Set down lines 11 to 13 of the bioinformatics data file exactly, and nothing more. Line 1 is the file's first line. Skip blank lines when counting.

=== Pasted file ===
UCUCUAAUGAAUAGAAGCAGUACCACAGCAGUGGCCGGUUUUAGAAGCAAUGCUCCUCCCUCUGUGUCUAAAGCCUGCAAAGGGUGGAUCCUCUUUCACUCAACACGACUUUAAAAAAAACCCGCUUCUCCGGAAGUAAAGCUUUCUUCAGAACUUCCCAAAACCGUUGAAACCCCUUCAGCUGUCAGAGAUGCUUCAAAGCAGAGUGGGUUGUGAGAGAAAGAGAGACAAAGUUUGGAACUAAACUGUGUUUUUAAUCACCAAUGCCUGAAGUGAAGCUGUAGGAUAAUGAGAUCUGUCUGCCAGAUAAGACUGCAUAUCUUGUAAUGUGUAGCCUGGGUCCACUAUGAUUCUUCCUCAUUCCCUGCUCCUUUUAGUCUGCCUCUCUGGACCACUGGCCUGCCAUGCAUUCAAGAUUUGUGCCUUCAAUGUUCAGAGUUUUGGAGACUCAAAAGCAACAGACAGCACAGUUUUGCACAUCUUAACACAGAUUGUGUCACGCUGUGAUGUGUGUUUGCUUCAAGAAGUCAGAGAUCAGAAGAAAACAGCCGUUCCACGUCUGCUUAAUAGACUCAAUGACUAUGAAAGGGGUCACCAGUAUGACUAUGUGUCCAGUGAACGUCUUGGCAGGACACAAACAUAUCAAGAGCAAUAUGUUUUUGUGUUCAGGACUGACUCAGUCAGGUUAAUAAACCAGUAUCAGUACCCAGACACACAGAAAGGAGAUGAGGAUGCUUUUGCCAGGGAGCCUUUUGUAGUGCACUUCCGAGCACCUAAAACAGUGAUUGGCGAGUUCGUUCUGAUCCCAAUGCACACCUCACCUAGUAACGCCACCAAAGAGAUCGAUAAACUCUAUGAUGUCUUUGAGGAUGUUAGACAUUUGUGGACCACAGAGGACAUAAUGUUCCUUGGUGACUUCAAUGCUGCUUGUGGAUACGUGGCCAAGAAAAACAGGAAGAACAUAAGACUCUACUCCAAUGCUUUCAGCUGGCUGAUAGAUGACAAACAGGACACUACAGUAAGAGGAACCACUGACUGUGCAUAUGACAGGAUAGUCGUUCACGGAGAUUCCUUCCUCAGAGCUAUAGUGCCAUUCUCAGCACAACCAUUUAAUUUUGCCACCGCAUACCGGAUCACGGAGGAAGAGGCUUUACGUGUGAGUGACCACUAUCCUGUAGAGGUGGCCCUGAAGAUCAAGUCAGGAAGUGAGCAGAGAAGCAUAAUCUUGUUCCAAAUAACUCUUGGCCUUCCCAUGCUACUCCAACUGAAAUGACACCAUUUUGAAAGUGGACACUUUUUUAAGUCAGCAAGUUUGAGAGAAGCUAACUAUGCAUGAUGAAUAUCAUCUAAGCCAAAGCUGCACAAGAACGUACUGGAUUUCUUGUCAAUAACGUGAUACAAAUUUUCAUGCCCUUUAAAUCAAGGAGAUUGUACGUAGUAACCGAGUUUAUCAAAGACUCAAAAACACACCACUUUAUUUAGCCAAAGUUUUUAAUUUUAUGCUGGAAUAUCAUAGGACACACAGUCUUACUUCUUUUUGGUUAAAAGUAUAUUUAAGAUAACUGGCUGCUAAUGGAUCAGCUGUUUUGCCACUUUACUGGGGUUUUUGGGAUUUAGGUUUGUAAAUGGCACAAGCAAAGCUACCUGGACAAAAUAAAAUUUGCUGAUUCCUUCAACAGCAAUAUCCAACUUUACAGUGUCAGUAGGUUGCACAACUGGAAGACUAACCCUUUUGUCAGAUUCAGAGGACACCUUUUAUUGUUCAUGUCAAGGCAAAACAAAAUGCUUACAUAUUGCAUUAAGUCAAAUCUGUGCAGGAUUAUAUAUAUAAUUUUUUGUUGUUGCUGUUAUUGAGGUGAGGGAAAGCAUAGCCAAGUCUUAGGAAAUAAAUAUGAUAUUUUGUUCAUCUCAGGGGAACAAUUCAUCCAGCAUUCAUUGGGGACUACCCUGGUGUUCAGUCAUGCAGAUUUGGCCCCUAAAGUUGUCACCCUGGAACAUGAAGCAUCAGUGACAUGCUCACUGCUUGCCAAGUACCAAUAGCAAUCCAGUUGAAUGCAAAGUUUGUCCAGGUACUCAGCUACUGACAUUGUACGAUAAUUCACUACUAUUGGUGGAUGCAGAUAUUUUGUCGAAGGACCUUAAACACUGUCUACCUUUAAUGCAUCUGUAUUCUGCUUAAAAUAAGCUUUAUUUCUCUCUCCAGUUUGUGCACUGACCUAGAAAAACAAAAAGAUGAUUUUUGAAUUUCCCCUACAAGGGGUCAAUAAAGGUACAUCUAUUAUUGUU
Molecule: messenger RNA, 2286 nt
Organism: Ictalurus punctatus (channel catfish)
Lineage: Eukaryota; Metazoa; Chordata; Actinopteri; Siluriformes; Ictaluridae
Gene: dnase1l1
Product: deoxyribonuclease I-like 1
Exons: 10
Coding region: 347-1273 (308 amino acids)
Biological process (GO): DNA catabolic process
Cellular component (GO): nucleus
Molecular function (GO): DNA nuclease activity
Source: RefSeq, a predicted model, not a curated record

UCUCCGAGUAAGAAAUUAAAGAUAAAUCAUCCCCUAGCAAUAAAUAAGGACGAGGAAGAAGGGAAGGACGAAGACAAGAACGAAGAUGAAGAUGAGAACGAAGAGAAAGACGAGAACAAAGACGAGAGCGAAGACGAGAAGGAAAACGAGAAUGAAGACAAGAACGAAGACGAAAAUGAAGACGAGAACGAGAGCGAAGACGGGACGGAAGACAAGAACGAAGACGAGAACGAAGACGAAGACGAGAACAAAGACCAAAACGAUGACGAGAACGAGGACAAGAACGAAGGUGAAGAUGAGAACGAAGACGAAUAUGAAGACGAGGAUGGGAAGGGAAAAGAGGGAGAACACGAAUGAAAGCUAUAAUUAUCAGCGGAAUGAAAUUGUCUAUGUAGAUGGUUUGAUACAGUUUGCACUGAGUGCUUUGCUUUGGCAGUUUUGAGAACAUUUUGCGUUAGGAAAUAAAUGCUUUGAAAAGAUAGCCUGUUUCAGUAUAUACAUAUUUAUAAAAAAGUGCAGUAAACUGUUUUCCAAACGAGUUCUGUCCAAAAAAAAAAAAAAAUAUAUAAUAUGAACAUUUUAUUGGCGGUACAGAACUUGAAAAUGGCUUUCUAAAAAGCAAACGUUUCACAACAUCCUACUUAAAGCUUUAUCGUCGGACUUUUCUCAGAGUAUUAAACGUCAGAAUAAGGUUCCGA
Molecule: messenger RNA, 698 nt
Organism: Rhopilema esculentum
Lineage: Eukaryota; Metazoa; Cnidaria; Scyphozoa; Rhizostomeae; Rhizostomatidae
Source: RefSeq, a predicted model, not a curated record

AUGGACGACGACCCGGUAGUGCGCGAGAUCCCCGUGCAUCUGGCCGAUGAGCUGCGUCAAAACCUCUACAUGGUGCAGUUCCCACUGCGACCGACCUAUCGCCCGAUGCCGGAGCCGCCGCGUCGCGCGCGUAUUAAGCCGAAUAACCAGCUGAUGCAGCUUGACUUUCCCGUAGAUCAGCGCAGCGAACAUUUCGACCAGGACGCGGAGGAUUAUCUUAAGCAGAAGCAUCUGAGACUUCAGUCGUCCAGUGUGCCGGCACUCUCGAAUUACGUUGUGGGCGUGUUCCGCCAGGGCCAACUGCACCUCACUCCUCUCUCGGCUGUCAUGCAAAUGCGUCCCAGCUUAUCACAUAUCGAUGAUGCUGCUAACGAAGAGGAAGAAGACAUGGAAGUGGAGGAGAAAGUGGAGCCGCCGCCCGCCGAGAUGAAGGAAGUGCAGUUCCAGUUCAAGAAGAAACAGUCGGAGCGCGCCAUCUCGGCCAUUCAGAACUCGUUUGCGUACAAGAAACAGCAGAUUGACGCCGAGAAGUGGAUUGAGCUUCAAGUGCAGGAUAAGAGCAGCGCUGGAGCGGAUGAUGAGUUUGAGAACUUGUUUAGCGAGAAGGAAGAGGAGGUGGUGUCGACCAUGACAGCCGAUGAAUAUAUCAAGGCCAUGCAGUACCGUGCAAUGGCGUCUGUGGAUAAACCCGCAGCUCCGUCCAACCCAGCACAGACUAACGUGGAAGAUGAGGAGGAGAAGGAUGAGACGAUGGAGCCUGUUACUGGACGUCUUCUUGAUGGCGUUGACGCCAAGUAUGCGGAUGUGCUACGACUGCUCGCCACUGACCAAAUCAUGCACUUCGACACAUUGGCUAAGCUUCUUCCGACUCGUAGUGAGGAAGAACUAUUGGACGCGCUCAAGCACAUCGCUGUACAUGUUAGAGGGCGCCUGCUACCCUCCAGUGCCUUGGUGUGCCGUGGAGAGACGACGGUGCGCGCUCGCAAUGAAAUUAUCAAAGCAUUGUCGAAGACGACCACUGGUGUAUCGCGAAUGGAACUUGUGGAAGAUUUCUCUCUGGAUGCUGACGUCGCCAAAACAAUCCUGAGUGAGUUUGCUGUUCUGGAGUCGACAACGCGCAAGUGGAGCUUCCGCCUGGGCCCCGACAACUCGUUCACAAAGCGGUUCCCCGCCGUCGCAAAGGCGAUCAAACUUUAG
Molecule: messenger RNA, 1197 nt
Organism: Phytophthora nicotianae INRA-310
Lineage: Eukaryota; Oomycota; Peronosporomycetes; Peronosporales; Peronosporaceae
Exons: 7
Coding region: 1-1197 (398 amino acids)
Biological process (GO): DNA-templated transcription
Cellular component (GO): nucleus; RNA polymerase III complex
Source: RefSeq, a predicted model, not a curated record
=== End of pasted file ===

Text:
Molecular function (GO): DNA nuclease activity
Source: RefSeq, a predicted model, not a curated record

UCUCCGAGUAAGAAAUUAAAGAUAAAUCAUCCCCUAGCAAUAAAUAAGGACGAGGAAGAAGGGAAGGACGAAGACAAGAACGAAGAUGAAGAUGAGAACGAAGAGAAAGACGAGAACAAAGACGAGAGCGAAGACGAGAAGGAAAACGAGAAUGAAGACAAGAACGAAGACGAAAAUGAAGACGAGAACGAGAGCGAAGACGGGACGGAAGACAAGAACGAAGACGAGAACGAAGACGAAGACGAGAACAAAGACCAAAACGAUGACGAGAACGAGGACAAGAACGAAGGUGAAGAUGAGAACGAAGACGAAUAUGAAGACGAGGAUGGGAAGGGAAAAGAGGGAGAACACGAAUGAAAGCUAUAAUUAUCAGCGGAAUGAAAUUGUCUAUGUAGAUGGUUUGAUACAGUUUGCACUGAGUGCUUUGCUUUGGCAGUUUUGAGAACAUUUUGCGUUAGGAAAUAAAUGCUUUGAAAAGAUAGCCUGUUUCAGUAUAUACAUAUUUAUAAAAAAGUGCAGUAAACUGUUUUCCAAACGAGUUCUGUCCAAAAAAAAAAAAAAAUAUAUAAUAUGAACAUUUUAUUGGCGGUACAGAACUUGAAAAUGGCUUUCUAAAAAGCAAACGUUUCACAACAUCCUACUUAAAGCUUUAUCGUCGGACUUUUCUCAGAGUAUUAAACGUCAGAAUAAGGUUCCGA